They have pushed, against party leadership’s wishes, for Mr. Trump’s impeachment. When she was sworn in earlier this year, Ms. Tlaib told a crowd of supporters that “we’re going to impeach the motherf-----”, overshadowing the inauguration of the new Democratic-controlled House.

Related video: Trump’s Racially Charged Tweets Highlight Challenges for Democratic Party


Ms. Omar in February sent tweets that tied Jews to money and political influence. A month later, at an event in Washington, she accused politicians and special-interest groups trying to pressure her and others to support Israel of trying to “push for allegiance to a foreign country,” drawing rebukes that she was being anti-Semitic from lawmakers in both parties. A resulting House vote originally proposed to condemn anti-Semitism morphed, under pressure from the squad and the progressive caucus, into a diffused resolution condemning all forms of hate and eclipsed Democrats’ passage of an anticorruption bill. And they have threatened to back primary challenges to Democratic lawmakers they don’t view as sufficiently progressive.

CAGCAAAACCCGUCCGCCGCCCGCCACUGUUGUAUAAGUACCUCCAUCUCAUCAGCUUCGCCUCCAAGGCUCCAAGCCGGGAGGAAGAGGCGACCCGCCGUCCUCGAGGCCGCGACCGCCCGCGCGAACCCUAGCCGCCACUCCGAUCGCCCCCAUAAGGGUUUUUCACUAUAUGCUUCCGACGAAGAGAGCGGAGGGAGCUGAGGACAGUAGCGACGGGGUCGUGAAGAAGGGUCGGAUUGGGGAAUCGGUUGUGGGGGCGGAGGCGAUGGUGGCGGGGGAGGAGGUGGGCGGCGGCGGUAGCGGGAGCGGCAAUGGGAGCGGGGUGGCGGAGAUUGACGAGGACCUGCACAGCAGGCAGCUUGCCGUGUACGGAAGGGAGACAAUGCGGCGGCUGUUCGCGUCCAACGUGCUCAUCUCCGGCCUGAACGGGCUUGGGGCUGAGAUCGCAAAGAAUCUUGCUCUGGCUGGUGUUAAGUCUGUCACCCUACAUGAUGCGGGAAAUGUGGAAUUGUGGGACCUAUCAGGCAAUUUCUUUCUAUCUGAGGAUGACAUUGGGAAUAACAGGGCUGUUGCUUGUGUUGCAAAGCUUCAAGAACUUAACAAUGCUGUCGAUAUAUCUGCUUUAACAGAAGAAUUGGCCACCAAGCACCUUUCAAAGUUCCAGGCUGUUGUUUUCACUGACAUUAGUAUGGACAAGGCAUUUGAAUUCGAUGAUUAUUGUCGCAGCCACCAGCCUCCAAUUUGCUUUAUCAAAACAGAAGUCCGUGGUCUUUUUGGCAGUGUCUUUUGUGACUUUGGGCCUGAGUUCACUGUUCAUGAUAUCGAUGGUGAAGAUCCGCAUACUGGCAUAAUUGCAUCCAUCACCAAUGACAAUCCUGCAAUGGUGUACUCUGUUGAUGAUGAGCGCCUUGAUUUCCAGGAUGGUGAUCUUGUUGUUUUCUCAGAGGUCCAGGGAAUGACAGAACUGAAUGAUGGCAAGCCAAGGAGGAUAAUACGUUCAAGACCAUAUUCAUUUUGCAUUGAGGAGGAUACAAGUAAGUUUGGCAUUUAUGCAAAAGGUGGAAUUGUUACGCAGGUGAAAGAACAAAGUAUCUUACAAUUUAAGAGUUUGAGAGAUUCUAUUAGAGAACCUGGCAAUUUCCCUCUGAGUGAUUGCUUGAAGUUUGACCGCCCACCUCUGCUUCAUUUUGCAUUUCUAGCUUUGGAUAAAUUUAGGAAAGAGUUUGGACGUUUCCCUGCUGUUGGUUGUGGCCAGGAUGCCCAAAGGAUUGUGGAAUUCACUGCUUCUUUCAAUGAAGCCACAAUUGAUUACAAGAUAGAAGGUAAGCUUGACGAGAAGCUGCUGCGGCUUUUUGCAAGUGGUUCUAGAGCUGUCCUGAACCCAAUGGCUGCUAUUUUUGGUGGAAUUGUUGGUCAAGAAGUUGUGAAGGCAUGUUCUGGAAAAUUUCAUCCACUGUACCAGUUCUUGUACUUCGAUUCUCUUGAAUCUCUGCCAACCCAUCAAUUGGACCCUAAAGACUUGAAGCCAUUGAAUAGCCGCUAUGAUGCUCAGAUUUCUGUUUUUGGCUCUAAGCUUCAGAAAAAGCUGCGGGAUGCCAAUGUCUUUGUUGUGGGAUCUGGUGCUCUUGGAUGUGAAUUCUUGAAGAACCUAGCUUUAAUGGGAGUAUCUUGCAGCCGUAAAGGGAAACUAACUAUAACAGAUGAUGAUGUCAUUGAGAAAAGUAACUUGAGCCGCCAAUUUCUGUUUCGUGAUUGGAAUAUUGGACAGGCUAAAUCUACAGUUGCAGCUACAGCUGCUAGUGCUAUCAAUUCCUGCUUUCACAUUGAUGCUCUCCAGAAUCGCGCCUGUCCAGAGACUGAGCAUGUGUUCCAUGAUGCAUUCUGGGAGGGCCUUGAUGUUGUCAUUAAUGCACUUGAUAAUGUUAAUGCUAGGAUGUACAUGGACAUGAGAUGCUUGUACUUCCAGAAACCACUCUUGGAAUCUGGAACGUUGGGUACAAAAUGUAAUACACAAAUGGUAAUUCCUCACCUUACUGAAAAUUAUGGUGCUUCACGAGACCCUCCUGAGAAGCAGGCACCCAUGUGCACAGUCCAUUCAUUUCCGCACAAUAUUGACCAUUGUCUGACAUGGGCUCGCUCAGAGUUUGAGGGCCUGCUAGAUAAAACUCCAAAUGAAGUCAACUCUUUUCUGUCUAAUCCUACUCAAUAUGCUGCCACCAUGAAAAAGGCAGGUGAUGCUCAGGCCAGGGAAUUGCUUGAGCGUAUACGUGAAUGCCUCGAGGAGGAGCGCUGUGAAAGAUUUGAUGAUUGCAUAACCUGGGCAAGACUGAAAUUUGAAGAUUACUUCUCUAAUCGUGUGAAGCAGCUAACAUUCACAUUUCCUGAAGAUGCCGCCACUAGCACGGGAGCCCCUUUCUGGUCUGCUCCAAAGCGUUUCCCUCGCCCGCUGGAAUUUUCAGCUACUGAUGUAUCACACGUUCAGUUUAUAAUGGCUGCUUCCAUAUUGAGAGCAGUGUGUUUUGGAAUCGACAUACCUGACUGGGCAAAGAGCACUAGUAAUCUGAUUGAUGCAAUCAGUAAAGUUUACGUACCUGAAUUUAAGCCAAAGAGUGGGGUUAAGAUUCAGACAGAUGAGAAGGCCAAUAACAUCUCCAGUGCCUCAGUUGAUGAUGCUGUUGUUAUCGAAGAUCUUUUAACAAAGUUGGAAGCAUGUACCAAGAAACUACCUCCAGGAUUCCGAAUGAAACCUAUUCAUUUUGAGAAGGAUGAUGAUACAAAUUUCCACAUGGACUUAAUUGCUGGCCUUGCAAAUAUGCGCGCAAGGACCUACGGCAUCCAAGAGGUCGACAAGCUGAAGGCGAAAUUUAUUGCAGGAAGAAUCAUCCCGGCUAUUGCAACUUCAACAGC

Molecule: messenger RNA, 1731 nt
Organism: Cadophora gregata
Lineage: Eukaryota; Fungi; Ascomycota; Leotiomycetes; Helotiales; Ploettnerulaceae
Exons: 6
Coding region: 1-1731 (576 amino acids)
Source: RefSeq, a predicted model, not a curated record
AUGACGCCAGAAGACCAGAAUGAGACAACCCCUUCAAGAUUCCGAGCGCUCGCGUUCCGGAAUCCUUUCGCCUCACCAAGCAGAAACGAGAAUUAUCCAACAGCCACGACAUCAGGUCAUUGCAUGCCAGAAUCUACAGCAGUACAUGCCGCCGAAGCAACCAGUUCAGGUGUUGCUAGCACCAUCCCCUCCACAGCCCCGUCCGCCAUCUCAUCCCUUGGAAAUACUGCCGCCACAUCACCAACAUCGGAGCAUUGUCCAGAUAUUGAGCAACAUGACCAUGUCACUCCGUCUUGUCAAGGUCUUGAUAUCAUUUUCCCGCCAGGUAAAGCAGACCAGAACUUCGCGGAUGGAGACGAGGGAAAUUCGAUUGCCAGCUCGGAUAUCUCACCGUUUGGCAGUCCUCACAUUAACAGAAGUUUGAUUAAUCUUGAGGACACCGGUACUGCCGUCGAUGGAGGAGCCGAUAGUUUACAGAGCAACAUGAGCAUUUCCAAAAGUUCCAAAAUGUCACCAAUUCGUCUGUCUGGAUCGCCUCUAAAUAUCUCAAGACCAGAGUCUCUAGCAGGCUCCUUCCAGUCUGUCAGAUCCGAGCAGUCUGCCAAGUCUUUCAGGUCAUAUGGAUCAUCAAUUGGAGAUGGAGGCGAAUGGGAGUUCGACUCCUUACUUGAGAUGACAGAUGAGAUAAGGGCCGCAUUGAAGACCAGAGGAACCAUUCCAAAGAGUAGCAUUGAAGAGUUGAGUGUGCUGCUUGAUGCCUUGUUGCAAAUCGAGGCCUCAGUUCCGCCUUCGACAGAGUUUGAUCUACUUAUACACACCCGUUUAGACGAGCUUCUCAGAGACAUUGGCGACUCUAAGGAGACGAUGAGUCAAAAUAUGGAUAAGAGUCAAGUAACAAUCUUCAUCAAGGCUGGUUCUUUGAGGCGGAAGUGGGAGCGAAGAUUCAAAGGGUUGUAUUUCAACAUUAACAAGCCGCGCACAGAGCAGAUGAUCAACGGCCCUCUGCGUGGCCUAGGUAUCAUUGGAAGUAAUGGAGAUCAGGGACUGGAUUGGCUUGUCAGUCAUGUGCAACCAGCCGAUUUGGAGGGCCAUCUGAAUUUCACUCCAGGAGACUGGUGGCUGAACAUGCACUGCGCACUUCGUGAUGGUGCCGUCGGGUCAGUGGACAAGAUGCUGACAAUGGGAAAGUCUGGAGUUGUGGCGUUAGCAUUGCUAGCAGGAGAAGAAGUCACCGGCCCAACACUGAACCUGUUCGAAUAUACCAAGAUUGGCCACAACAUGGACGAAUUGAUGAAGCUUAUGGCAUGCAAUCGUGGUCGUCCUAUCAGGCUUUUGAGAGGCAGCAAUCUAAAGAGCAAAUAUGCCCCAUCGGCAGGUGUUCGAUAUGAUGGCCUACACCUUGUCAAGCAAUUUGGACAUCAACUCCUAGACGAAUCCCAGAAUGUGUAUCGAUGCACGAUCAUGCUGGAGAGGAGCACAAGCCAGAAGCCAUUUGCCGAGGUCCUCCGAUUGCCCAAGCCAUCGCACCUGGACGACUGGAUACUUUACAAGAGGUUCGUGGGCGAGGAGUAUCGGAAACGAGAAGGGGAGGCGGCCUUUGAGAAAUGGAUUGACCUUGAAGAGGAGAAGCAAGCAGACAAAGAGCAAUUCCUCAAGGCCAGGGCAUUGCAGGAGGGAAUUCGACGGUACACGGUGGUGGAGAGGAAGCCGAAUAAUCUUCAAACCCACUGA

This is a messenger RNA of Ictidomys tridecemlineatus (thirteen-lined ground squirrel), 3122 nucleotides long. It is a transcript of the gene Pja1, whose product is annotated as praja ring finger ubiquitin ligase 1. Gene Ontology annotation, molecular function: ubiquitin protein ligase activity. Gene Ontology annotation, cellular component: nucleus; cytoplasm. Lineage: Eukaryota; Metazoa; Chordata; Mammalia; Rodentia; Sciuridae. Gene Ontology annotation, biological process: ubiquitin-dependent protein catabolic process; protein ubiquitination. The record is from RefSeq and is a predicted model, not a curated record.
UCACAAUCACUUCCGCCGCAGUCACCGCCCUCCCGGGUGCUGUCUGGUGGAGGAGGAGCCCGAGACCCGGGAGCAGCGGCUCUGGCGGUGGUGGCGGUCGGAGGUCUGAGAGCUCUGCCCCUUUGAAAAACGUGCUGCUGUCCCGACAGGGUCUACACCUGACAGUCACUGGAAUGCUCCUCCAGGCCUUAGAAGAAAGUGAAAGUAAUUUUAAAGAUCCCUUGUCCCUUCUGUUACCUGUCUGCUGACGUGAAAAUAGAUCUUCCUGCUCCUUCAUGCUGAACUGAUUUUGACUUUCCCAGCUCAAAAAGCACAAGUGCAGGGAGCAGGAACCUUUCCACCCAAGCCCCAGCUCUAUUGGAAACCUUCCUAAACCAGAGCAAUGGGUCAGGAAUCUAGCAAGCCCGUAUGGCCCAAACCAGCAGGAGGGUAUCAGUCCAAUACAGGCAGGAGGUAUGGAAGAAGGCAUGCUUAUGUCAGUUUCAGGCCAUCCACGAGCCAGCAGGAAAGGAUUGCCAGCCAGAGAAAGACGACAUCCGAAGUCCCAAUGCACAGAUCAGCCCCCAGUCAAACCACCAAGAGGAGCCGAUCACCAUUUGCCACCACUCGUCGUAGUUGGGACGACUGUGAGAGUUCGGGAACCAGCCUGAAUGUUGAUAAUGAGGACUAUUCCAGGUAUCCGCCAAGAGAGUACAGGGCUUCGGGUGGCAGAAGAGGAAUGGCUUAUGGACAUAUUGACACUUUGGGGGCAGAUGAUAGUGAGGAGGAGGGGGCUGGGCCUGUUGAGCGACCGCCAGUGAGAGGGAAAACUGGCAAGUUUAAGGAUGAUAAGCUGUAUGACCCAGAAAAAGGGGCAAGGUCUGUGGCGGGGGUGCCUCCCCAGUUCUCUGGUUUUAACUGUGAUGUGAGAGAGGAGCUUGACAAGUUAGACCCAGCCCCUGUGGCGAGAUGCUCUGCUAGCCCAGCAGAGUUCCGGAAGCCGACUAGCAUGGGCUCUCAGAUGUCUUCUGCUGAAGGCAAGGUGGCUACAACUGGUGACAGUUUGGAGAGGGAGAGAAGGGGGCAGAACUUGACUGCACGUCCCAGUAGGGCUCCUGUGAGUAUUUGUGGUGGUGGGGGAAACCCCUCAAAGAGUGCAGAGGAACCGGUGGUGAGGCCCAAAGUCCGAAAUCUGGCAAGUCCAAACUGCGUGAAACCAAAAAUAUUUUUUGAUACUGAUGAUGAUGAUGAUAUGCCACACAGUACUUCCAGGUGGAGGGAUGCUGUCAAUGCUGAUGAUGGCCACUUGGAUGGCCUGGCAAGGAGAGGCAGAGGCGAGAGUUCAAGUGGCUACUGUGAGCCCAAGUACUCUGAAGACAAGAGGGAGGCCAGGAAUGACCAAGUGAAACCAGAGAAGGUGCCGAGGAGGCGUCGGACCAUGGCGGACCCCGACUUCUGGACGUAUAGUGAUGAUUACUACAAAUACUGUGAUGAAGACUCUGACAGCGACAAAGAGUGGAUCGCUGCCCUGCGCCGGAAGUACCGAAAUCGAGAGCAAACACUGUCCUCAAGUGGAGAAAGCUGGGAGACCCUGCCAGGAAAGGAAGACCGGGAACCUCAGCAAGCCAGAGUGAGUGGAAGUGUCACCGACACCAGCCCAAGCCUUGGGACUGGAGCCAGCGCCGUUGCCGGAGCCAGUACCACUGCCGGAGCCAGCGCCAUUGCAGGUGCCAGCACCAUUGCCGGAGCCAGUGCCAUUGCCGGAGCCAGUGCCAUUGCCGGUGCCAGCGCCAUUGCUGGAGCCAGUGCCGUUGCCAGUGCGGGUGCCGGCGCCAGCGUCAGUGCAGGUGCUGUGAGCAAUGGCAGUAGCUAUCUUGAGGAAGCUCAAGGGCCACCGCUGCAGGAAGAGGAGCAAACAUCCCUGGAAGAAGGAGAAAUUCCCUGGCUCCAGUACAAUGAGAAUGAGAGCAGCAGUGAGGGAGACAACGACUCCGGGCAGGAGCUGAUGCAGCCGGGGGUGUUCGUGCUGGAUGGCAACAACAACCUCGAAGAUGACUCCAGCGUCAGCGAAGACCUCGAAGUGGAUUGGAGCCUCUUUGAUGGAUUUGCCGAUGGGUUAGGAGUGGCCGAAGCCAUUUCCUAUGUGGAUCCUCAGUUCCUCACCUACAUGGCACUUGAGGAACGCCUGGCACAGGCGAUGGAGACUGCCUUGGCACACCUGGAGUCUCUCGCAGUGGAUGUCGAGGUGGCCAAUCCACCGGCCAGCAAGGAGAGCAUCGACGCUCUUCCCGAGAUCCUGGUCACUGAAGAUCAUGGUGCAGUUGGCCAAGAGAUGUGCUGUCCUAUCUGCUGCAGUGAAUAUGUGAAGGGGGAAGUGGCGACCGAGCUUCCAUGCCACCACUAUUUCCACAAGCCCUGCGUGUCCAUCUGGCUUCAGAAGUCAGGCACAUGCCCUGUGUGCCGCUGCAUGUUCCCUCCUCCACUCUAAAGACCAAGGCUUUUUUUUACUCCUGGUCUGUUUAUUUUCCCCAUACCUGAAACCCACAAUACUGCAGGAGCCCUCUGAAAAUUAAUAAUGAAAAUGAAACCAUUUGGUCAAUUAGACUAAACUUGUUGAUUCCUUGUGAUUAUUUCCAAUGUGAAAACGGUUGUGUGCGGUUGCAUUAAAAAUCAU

Their legislative track records, meanwhile, have been scant, which isn’t unusual for freshmen, but some of their initiatives have been seized on by the opposition. The only vote that Ms. Ocasio-Cortez’s Green New Deal environmental plan has received, for instance, was in the Senate when GOP Majority Leader Mitch McConnell forced a vote to put Democratic senators on record for supporting what even many Democrats view as an unworkable plan.

It has all grated on several of their Democratic colleagues. Some avoid being in pictures with squad members, fearing that it will lead to campaign ads. Others say it doesn’t matter; such ads are being photoshopped anyway.